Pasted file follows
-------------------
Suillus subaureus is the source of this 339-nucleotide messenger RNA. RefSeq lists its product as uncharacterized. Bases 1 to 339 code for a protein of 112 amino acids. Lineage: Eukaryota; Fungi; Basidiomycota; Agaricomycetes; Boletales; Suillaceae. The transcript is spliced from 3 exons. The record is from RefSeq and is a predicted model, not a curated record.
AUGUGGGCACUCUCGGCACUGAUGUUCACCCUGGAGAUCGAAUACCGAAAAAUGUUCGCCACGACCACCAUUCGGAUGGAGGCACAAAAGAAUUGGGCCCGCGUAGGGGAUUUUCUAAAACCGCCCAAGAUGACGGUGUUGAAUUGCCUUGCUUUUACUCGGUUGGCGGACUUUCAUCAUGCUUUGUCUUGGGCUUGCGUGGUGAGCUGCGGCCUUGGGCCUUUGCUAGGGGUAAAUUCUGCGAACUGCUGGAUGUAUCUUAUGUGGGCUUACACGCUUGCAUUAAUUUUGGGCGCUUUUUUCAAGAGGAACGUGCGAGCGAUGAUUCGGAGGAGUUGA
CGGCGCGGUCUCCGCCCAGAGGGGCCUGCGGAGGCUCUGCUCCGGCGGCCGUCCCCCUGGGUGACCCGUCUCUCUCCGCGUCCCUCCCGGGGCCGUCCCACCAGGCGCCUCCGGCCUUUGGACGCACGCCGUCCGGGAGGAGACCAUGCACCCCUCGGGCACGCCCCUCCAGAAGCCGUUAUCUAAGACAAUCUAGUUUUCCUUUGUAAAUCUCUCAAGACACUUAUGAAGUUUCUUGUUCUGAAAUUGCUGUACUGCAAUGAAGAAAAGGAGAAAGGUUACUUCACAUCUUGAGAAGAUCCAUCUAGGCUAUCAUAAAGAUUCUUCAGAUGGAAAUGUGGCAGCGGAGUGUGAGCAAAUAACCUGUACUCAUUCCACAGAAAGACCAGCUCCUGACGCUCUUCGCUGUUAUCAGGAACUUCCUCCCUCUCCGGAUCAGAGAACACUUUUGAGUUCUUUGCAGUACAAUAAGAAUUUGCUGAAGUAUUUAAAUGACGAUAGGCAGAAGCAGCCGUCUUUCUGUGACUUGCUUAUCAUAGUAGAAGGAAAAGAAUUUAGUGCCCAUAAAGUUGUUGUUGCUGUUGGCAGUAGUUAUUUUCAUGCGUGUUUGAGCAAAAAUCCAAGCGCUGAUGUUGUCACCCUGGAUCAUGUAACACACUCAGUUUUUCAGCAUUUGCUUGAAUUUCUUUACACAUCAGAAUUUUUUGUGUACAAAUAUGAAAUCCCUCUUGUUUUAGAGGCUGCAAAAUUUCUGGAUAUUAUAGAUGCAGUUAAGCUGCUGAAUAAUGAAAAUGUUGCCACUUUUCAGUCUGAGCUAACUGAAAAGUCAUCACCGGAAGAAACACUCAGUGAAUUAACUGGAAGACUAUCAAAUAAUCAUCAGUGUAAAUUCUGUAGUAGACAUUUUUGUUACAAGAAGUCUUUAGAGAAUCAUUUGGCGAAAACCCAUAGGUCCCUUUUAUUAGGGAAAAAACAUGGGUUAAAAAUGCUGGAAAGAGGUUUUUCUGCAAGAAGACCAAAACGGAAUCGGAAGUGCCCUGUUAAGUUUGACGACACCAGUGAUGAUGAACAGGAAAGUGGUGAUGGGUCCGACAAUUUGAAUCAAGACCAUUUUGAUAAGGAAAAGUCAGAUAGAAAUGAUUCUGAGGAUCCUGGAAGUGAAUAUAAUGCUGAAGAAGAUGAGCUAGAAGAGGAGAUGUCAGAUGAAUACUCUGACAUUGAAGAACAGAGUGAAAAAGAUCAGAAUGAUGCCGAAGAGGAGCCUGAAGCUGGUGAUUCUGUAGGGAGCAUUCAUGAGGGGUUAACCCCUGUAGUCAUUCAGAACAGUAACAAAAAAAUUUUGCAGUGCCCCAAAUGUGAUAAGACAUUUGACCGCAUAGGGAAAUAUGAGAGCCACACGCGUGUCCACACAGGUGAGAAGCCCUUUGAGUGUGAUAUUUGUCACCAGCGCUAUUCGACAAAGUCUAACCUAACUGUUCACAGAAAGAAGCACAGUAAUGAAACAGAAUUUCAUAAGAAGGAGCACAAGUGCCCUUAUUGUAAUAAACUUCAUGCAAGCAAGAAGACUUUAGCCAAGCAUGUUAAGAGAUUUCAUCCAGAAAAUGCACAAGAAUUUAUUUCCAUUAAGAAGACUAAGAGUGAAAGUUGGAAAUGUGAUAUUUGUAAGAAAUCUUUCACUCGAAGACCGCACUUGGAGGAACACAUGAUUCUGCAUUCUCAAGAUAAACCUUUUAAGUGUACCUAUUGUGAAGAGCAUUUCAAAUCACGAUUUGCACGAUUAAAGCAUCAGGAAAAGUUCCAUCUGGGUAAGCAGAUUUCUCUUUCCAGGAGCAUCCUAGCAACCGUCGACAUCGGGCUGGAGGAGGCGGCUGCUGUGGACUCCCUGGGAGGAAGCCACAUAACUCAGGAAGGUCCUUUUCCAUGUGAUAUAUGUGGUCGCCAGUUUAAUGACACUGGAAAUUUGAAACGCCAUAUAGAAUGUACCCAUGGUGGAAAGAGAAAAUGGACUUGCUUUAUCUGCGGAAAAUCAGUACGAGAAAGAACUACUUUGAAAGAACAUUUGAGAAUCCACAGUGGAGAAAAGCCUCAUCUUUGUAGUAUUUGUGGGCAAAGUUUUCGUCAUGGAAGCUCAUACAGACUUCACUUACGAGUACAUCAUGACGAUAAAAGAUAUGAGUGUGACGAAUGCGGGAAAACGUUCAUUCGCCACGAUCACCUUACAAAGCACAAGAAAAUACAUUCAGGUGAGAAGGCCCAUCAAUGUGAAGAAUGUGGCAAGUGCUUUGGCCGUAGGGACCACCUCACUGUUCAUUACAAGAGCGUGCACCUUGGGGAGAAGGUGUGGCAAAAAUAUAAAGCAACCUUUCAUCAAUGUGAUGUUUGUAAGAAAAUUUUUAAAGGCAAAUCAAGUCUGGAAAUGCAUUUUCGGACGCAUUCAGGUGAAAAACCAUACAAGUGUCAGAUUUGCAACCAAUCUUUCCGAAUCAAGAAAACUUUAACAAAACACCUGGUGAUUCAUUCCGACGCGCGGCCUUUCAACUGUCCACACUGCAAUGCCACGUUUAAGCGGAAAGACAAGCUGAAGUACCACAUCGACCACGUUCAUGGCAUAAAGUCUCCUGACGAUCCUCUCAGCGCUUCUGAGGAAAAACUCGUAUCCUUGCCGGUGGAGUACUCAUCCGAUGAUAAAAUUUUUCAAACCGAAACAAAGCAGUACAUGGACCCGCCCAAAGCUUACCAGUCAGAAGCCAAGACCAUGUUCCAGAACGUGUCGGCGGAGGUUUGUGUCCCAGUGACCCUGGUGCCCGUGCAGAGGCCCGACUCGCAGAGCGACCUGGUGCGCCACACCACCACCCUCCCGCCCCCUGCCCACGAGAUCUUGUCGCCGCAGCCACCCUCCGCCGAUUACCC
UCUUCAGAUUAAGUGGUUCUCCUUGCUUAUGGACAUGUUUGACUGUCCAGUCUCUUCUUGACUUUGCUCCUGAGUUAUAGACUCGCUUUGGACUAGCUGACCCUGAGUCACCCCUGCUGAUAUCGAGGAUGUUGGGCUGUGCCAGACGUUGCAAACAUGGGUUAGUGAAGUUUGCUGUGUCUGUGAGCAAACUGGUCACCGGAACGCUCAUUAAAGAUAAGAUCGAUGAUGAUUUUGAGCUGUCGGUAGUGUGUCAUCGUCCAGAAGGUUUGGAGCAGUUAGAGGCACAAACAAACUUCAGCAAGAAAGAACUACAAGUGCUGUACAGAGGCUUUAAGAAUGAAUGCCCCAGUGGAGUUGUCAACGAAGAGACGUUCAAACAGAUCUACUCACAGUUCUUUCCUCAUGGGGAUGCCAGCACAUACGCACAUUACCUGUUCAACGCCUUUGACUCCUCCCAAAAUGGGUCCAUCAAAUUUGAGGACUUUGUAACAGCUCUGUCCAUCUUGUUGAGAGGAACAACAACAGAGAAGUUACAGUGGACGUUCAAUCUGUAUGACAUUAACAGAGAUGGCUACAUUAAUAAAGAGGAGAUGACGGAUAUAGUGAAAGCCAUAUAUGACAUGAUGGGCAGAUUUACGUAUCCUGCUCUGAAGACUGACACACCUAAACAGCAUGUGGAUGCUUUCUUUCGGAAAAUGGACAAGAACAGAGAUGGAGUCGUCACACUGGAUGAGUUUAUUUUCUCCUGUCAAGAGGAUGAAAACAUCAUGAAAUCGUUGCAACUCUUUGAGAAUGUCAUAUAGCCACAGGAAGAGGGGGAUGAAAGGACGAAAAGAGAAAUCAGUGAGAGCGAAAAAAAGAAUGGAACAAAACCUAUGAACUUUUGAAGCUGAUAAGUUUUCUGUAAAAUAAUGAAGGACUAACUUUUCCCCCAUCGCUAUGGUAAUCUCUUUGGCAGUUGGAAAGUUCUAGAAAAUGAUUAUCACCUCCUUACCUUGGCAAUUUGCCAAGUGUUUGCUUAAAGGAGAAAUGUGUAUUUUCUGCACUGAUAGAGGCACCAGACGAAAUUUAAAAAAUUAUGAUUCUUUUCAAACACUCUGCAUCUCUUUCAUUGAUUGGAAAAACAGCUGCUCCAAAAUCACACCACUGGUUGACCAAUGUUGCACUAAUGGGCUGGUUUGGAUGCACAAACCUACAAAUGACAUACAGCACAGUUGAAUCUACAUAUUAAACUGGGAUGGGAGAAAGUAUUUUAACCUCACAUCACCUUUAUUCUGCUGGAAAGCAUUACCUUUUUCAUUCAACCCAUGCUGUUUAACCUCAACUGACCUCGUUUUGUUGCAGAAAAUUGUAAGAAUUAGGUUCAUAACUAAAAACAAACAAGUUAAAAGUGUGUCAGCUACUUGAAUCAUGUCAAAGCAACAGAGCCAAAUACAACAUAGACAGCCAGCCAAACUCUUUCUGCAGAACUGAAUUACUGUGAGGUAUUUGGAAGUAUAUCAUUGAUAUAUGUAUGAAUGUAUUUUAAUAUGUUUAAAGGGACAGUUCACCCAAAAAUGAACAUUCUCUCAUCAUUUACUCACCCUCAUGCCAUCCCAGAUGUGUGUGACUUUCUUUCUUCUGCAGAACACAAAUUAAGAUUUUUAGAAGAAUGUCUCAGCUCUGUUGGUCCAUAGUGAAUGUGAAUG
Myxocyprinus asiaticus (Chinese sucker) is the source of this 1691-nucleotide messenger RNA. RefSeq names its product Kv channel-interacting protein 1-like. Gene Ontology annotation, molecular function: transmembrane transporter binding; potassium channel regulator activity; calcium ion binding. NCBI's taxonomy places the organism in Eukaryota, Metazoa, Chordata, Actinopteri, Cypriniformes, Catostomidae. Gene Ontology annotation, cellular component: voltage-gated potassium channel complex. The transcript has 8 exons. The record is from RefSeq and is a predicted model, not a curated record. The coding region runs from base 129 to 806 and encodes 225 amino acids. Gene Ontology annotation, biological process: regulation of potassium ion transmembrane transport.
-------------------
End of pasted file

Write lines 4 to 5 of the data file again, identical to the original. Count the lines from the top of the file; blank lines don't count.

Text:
UCUUCAGAUUAAGUGGUUCUCCUUGCUUAUGGACAUGUUUGACUGUCCAGUCUCUUCUUGACUUUGCUCCUGAGUUAUAGACUCGCUUUGGACUAGCUGACCCUGAGUCACCCCUGCUGAUAUCGAGGAUGUUGGGCUGUGCCAGACGUUGCAAACAUGGGUUAGUGAAGUUUGCUGUGUCUGUGAGCAAACUGGUCACCGGAACGCUCAUUAAAGAUAAGAUCGAUGAUGAUUUUGAGCUGUCGGUAGUGUGUCAUCGUCCAGAAGGUUUGGAGCAGUUAGAGGCACAAACAAACUUCAGCAAGAAAGAACUACAAGUGCUGUACAGAGGCUUUAAGAAUGAAUGCCCCAGUGGAGUUGUCAACGAAGAGACGUUCAAACAGAUCUACUCACAGUUCUUUCCUCAUGGGGAUGCCAGCACAUACGCACAUUACCUGUUCAACGCCUUUGACUCCUCCCAAAAUGGGUCCAUCAAAUUUGAGGACUUUGUAACAGCUCUGUCCAUCUUGUUGAGAGGAACAACAACAGAGAAGUUACAGUGGACGUUCAAUCUGUAUGACAUUAACAGAGAUGGCUACAUUAAUAAAGAGGAGAUGACGGAUAUAGUGAAAGCCAUAUAUGACAUGAUGGGCAGAUUUACGUAUCCUGCUCUGAAGACUGACACACCUAAACAGCAUGUGGAUGCUUUCUUUCGGAAAAUGGACAAGAACAGAGAUGGAGUCGUCACACUGGAUGAGUUUAUUUUCUCCUGUCAAGAGGAUGAAAACAUCAUGAAAUCGUUGCAACUCUUUGAGAAUGUCAUAUAGCCACAGGAAGAGGGGGAUGAAAGGACGAAAAGAGAAAUCAGUGAGAGCGAAAAAAAGAAUGGAACAAAACCUAUGAACUUUUGAAGCUGAUAAGUUUUCUGUAAAAUAAUGAAGGACUAACUUUUCCCCCAUCGCUAUGGUAAUCUCUUUGGCAGUUGGAAAGUUCUAGAAAAUGAUUAUCACCUCCUUACCUUGGCAAUUUGCCAAGUGUUUGCUUAAAGGAGAAAUGUGUAUUUUCUGCACUGAUAGAGGCACCAGACGAAAUUUAAAAAAUUAUGAUUCUUUUCAAACACUCUGCAUCUCUUUCAUUGAUUGGAAAAACAGCUGCUCCAAAAUCACACCACUGGUUGACCAAUGUUGCACUAAUGGGCUGGUUUGGAUGCACAAACCUACAAAUGACAUACAGCACAGUUGAAUCUACAUAUUAAACUGGGAUGGGAGAAAGUAUUUUAACCUCACAUCACCUUUAUUCUGCUGGAAAGCAUUACCUUUUUCAUUCAACCCAUGCUGUUUAACCUCAACUGACCUCGUUUUGUUGCAGAAAAUUGUAAGAAUUAGGUUCAUAACUAAAAACAAACAAGUUAAAAGUGUGUCAGCUACUUGAAUCAUGUCAAAGCAACAGAGCCAAAUACAACAUAGACAGCCAGCCAAACUCUUUCUGCAGAACUGAAUUACUGUGAGGUAUUUGGAAGUAUAUCAUUGAUAUAUGUAUGAAUGUAUUUUAAUAUGUUUAAAGGGACAGUUCACCCAAAAAUGAACAUUCUCUCAUCAUUUACUCACCCUCAUGCCAUCCCAGAUGUGUGUGACUUUCUUUCUUCUGCAGAACACAAAUUAAGAUUUUUAGAAGAAUGUCUCAGCUCUGUUGGUCCAUAGUGAAUGUGAAUG
Myxocyprinus asiaticus (Chinese sucker) is the source of this 1691-nucleotide messenger RNA. RefSeq names its product Kv channel-interacting protein 1-like. Gene Ontology annotation, molecular function: transmembrane transporter binding; potassium channel regulator activity; calcium ion binding. NCBI's taxonomy places the organism in Eukaryota, Metazoa, Chordata, Actinopteri, Cypriniformes, Catostomidae. Gene Ontology annotation, cellular component: voltage-gated potassium channel complex. The transcript has 8 exons. The record is from RefSeq and is a predicted model, not a curated record. The coding region runs from base 129 to 806 and encodes 225 amino acids. Gene Ontology annotation, biological process: regulation of potassium ion transmembrane transport.